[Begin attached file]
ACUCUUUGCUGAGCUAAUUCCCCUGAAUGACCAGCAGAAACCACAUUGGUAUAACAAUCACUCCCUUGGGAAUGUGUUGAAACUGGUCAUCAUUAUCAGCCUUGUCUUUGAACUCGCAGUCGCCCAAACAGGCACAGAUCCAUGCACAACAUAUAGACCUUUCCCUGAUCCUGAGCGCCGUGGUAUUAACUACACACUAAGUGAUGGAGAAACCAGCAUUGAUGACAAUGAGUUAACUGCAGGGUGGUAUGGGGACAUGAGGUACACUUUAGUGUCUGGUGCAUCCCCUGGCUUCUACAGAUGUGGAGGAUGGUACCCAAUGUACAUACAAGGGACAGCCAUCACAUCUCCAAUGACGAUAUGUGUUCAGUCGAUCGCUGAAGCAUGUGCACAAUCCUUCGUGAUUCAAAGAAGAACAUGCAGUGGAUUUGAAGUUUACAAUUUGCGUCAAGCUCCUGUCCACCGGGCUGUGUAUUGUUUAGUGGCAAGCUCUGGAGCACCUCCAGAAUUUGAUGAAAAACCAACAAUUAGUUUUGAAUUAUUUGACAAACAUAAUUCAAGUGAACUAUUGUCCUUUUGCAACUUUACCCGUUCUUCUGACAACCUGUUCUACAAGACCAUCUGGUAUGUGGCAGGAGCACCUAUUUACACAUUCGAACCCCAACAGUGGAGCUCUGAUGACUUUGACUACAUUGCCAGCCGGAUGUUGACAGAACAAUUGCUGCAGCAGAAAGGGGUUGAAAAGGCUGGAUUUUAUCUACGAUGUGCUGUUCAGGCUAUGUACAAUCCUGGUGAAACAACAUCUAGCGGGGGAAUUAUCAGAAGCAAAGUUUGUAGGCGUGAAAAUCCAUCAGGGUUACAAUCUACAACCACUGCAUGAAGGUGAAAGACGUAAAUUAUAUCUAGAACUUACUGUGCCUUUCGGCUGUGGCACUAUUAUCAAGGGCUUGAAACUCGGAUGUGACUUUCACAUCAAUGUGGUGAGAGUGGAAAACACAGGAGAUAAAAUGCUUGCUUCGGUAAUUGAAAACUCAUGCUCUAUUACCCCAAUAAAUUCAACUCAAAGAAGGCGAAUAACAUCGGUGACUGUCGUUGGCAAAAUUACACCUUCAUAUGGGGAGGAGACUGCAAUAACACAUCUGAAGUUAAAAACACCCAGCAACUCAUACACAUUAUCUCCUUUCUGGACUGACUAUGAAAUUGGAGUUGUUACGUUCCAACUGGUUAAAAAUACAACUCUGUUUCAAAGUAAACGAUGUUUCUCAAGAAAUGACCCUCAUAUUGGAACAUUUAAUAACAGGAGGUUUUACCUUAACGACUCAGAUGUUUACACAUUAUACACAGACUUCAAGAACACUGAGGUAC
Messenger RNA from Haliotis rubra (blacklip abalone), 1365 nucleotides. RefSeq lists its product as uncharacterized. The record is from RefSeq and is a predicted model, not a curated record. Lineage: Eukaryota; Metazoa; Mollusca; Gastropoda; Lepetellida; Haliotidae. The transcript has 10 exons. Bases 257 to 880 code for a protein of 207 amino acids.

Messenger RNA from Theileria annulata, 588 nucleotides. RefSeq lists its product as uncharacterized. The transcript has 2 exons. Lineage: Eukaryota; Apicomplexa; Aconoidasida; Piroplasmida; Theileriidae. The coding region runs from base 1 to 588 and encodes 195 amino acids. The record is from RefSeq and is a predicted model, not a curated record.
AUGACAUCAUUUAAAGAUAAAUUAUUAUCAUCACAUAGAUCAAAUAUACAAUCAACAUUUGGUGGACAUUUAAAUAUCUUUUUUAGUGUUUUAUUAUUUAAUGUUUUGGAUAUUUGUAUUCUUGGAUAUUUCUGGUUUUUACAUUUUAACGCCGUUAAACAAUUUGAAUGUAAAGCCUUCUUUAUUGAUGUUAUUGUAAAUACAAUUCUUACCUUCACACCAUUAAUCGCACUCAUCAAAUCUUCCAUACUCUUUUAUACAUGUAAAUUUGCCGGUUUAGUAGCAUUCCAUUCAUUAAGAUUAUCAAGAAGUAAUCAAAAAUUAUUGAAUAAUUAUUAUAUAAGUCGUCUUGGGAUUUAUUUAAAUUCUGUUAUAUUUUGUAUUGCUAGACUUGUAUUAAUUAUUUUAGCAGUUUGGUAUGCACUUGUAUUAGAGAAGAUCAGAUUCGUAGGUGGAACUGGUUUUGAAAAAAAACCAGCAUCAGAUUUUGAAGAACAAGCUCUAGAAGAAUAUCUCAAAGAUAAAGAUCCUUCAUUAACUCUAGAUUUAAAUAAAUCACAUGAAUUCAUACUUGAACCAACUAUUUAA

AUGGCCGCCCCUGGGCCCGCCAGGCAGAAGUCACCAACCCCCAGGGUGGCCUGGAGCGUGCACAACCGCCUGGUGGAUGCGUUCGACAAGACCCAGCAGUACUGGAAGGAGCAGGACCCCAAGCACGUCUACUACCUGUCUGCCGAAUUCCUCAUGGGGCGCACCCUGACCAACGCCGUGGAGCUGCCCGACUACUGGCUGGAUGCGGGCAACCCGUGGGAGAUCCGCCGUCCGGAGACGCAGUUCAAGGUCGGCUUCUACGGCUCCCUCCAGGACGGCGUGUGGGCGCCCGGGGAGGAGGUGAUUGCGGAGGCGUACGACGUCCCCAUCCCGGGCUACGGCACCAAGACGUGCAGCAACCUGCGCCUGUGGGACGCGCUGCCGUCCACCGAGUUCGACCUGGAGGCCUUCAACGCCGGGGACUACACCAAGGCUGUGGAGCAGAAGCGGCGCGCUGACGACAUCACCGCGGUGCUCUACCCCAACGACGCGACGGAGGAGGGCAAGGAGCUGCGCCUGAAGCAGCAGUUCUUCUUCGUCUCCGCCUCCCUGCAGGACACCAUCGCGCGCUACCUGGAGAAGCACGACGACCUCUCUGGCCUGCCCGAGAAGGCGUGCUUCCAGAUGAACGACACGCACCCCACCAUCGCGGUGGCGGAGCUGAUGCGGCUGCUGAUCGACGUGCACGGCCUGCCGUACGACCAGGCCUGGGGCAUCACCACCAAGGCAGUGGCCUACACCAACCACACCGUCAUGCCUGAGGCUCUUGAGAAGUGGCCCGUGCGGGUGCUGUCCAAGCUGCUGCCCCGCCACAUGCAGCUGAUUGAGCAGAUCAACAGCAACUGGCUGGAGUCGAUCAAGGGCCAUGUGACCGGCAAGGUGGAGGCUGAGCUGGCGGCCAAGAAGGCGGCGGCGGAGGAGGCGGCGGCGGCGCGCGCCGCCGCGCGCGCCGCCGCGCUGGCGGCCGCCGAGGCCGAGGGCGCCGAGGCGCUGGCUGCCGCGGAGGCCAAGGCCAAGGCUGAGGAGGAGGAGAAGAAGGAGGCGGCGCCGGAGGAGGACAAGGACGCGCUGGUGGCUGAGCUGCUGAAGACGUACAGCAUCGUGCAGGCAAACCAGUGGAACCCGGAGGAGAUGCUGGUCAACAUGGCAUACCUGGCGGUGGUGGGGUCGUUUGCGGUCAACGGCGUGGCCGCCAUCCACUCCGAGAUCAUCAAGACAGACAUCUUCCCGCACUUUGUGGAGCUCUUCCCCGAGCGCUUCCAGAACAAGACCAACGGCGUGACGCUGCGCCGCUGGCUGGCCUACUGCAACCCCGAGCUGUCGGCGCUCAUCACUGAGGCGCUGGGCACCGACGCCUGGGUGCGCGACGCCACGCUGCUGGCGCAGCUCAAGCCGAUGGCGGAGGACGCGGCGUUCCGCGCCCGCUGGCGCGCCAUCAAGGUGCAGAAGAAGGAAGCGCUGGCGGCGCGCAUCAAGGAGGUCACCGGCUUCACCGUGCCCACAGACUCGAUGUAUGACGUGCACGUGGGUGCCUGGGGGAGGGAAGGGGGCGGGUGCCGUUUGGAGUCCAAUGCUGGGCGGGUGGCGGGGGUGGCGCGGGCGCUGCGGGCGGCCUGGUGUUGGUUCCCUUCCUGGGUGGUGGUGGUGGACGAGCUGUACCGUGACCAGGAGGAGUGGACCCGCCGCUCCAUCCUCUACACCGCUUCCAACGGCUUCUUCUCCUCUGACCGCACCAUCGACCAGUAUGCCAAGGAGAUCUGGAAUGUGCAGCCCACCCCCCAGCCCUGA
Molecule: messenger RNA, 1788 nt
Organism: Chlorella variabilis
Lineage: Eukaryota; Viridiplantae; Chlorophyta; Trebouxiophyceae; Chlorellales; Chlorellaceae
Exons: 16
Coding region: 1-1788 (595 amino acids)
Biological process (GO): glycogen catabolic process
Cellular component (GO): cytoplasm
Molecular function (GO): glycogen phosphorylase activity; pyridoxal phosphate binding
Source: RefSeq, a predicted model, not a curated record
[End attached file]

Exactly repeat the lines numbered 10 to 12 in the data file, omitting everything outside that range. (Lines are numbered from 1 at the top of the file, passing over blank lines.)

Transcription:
Coding region: 1-1788 (595 amino acids)
Biological process (GO): glycogen catabolic process
Cellular component (GO): cytoplasm